As they entered Capernaum they were greeted by a Roman officer with another request. His orderly was suffering, lying paralyzed at his home. Jesus offers to go and heal him. But the officer understands authority, and doesn’t want Jesus to become unclean by entering into his home. So he asks Jesus to just give the order, knowing he will be healed. And Jesus was amazed. “Go; let it be for you as you have trusted” Jesus said. And it was. Order restored to the chaos. Continue reading
Jesus said a lot of good stuff. A lot of things that have been repeated over the years. Things like the Lord’s Prayer and the Golden Rule. And a lot of these things come from a section in the Gospels we know as the Sermon on the Mount.
In this sermon Jesus talks a lot about the Torah (Law), how to follow it, and the Kingdom of Heaven.
Summarizing the Torah
Jesus liked to take short phrases, stories and parables and use those to summarize the themes of Torah and the Prophets. Things like explaining what the greatest command was:
One of them, an expert in the law, tested him with this question: “Teacher, which is the greatest commandment in the Law?” Jesus replied: “‘Love the Lord your God with all your heart and with all your soul and with all your mind.’ This is the first and greatest commandment. And the second is like it: ‘Love your neighbor as yourself.’ All the Law and the Prophets hang on these two commandments.” Matthew 22:35-40 (NIV)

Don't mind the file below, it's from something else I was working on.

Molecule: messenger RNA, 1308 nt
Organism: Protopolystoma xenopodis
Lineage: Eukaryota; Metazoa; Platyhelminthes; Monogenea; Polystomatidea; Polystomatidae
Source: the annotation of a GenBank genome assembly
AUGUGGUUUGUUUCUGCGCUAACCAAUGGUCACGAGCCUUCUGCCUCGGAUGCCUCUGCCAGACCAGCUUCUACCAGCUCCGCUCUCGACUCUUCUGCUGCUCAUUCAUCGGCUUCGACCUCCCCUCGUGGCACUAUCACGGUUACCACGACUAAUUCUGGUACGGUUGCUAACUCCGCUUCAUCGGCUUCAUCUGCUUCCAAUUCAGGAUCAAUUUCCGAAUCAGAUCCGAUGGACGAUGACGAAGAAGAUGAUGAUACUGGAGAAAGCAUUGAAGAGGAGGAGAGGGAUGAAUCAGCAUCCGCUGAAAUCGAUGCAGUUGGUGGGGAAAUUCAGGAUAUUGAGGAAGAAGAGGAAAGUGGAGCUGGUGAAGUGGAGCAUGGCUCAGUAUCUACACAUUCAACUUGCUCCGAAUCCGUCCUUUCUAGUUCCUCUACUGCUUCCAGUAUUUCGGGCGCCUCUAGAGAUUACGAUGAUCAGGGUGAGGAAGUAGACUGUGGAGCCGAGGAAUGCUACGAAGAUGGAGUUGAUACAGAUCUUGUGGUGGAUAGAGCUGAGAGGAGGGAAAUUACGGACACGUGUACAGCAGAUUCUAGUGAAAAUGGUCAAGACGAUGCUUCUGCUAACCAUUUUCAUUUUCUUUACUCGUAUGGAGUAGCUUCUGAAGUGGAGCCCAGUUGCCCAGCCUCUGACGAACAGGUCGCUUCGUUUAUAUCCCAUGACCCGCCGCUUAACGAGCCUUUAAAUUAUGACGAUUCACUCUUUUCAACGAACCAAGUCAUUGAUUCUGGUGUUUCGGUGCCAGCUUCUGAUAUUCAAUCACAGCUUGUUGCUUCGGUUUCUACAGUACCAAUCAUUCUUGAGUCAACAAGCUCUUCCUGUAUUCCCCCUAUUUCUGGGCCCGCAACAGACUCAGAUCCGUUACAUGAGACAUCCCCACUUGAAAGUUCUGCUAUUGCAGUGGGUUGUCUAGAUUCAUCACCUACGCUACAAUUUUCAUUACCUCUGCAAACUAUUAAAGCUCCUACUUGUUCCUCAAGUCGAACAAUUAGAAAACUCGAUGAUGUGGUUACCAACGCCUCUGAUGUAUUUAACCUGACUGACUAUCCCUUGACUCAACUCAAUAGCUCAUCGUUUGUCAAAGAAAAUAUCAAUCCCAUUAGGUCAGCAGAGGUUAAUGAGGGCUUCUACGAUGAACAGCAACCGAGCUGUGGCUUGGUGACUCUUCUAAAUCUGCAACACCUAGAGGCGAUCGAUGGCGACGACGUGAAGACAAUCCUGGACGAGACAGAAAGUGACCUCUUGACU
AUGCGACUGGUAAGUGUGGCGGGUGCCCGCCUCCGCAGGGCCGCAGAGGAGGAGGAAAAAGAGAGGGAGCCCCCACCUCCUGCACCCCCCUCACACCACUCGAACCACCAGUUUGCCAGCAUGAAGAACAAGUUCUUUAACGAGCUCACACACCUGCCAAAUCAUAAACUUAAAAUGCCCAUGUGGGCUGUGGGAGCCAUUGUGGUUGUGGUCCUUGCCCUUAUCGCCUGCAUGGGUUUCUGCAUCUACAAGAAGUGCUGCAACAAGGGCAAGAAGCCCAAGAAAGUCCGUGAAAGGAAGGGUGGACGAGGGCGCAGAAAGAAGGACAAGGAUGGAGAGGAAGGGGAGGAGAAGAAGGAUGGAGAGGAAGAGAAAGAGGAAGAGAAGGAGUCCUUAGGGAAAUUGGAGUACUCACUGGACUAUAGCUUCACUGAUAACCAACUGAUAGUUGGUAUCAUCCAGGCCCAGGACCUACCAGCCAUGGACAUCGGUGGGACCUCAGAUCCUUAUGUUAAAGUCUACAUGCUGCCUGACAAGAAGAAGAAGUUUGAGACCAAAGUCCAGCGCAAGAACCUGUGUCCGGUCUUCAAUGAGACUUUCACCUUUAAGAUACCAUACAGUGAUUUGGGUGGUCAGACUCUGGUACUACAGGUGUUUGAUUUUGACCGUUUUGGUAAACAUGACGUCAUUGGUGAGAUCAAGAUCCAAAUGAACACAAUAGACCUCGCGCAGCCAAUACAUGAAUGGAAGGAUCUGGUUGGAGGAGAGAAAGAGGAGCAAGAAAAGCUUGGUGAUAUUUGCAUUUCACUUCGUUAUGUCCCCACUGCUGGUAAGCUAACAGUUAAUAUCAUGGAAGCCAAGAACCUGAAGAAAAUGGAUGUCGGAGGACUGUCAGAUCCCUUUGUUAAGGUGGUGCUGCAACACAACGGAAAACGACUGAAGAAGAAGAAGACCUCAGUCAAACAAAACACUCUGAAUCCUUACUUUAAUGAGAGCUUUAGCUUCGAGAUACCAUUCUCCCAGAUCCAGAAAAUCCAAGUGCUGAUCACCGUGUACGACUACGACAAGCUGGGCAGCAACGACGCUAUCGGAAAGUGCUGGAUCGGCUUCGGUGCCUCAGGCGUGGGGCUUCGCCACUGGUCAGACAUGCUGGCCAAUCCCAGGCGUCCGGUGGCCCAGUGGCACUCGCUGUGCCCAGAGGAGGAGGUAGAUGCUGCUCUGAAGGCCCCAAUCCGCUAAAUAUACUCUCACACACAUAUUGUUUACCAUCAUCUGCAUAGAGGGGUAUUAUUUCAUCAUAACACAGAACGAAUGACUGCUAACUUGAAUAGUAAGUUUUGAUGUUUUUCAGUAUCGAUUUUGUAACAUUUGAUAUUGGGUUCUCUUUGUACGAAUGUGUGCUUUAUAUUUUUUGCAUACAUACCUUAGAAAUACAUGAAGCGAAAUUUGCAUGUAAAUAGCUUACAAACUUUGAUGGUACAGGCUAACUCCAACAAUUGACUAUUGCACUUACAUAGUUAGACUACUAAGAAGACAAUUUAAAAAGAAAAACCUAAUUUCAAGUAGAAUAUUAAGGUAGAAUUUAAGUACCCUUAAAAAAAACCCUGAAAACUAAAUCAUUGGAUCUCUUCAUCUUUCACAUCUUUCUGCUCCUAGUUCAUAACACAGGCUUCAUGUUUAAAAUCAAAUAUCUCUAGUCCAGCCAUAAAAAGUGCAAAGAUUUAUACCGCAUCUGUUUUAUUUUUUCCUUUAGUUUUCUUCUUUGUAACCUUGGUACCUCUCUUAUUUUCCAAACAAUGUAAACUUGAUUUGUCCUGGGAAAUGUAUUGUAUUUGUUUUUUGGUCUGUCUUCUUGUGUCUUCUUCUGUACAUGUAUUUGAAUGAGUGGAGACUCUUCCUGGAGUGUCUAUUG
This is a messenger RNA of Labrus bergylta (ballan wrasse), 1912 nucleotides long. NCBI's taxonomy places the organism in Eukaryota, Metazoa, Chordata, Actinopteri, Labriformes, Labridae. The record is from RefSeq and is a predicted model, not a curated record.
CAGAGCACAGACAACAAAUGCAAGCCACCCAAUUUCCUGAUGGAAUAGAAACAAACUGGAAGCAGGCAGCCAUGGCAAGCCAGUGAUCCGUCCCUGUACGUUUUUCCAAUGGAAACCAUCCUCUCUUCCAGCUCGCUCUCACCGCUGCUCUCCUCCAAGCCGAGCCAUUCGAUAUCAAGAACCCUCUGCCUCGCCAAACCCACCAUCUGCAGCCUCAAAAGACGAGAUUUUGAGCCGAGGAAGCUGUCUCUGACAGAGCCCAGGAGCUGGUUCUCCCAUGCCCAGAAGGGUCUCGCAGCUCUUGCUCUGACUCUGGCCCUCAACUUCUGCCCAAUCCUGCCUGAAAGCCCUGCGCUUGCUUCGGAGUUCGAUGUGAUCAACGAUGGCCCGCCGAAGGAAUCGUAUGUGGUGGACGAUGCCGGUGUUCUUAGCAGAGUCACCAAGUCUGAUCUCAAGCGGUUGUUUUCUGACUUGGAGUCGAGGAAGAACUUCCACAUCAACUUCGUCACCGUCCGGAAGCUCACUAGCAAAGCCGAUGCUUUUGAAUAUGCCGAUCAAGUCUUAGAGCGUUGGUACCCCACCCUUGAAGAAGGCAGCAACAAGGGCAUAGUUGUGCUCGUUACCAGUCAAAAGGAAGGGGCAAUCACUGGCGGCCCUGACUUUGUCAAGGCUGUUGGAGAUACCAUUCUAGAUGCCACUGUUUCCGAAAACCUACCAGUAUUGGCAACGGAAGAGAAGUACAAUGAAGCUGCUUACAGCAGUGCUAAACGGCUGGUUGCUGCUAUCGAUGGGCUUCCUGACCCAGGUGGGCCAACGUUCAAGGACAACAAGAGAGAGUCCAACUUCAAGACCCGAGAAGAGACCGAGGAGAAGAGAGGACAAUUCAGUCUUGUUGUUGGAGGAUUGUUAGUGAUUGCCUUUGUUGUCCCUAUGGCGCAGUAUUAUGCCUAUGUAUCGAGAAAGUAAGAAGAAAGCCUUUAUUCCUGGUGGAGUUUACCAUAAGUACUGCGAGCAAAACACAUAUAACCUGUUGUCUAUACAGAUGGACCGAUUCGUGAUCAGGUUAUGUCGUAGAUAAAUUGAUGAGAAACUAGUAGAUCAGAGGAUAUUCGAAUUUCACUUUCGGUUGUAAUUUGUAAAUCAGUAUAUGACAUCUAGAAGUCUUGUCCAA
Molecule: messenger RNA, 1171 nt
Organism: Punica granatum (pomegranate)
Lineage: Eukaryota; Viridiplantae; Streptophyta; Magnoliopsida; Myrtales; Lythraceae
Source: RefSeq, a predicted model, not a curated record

We’ll look at this more when we come to Matthew 22, but that is a pretty simple summary of the Law and the Prophets. Continue reading
How Do You Pray?
It’s perhaps the most popular, most widely known, and most repeated prayer ever prayed. Its words have been uttered countless times in various languages over the centuries. And despite the fact that it is primarily prayed by Gentile Christians, it is a very Jewish prayer.
After Jesus’ teaching about the Torah in Matthew 5, he continues the sermon on the mount by talking about acts of righteousness (tzedakah). He tells them to do them in secret, just as they are to pray in secret, not with many words before men. And he goes on to not only tell them, but to show them. Continue reading